By ERIN ROLL
They wanted peace in a time of 9/11 and the war in Iraq. In today’s world, they are concerned with potential warfare with Iran, immigration and detention camps.
The Friday peace vigils on Church Street and Bloomfield Avenue are coming back after years on hiatus.
The Church Street “corner” vigils began after 9/11 and continued up through the Obama administration, according to Montclair resident John Kaniecki who began attending the Friday evening vigils for about seven years in 2004.
“For a decade we had a presence every Friday regardless of the weather. I recall being out there in both rain and snow,” said Kaniecki.
The group never had an official leader, but Jerry Caprio was the guy who showed up religiously every Friday and the guy who provided all the signs, said Kaniecki.
Sometime in 2012, the group began to scatter and stopped gathering on the corner of Church Street, not because of politics, but because of organization, said Kaniecki.
“People get complacent when things are going well,” one of the original members Jeff Hoey said.
But about six weeks ago, the vigils returned. The group — some of the old gang and some new — began gathering on Church Street and Bloomfield Avenue at 5:30 p.m. on Friday evenings.
Last week, the group gathered at dusk with signs that read “Peace in Korea is a good thing,” “Oil wars cause warming,” ”Food not bombs” and “No more war.” Pedestrians stopped and chatted about the different issues the world faces today, while motorists driving by honked their horns.
Although it was an independent effort, the group was loosely affiliated with New Jersey Peace Action back when it began.
When Hoey became New Jersey Peace Action’s new executive director in September, he decided the group should bring back the vigils. “We were all keen on restarting those peace vigils. They seemed very effective in the past,” Hoey said about the Friday evening conversation starters.
Now, New Jersey Peace Action hopes the vigils will take on renewed importance given current events.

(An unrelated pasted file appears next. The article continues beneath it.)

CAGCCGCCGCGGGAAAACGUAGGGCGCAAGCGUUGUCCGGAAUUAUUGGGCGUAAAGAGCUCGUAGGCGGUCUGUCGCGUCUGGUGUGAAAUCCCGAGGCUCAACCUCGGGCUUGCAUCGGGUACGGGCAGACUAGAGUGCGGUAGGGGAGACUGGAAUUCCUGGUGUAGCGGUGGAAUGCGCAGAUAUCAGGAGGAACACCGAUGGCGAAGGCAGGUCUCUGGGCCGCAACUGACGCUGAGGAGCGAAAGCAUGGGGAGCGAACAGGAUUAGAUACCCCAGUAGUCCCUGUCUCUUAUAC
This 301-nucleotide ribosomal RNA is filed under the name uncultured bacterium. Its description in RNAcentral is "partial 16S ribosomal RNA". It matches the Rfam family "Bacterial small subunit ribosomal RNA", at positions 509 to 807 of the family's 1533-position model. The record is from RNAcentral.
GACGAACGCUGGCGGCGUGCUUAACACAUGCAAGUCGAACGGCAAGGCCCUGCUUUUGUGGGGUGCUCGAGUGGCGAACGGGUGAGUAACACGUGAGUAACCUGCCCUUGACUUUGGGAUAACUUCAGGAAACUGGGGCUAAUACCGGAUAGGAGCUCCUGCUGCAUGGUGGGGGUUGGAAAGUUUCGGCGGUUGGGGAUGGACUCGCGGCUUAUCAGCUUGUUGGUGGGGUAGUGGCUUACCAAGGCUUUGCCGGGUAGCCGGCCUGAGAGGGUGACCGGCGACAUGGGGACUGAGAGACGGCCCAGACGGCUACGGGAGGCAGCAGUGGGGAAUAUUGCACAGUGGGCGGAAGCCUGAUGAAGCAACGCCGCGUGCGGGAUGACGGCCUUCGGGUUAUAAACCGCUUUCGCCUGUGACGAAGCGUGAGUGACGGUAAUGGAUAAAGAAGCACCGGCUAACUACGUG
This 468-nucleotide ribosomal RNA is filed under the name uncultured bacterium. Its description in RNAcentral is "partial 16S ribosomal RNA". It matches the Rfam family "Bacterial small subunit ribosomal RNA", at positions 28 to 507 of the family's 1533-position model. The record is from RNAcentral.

New Jersey Peace Action originally began holding vigils in 2001, just after 9/11, throughout the area. The vigils continued through other events such as the beginning of the Iraq War in 2003. New Jersey Peace Action was formed in 1957, originally with the mission of trying to ban or limit the use of nuclear weapons. That mission continues to be part of the group’s focus today and with recent events concerning Iran forging ahead with its nuclear program, that mission is still relevant.
“The times we live in seem turbulent enough to require vigils and raising awareness,” Hoey said.
The group is turning its focus to Iran. There is a possibility now of a “shooting war” between Iran and the United States, Hoey said, and New Jersey Peace Action fears that it could lead to casualties, both among the U.S. armed forces and the Iranian people.
One of the first new Friday vigils coincided with Montclair Make Music Day and a performance by the Women’s Fire Choir, with about 10 to 15 people showing up for the vigil.
“A lot of people show up with personal agendas, or group agendas, and we welcome them all,” Hoey said, the point being to talk and discuss.
New Jersey Peace Action is working on coordinating a vigil on the topic of immigration and the detention camps near the U.S.-Mexico border, in partnership with local groups such as BlueWave New Jersey.
Montclair resident Pat Kenschaft helped start the original vigils in Montclair and is in favor of restarting the vigils, though she herself is no longer actively involved. “We need peace, and I strongly support anyone who’s working for peace,” she said.
Occasionally, New Jersey Peace Action would still hold a special-event vigil around a specific theme, even though the vigils had stopped being weekly occurrences.
“The community of Montclair has been very supportive,” Hoey said. “An awful lot of people go by honking horns and waving peace signs” when the vigils are ongoing.
Lights for Liberty: A Vigil to End Human Concentration Camps will take place Friday at 7 p.m. on Church Street. Attendees are asked to bring flameless candles.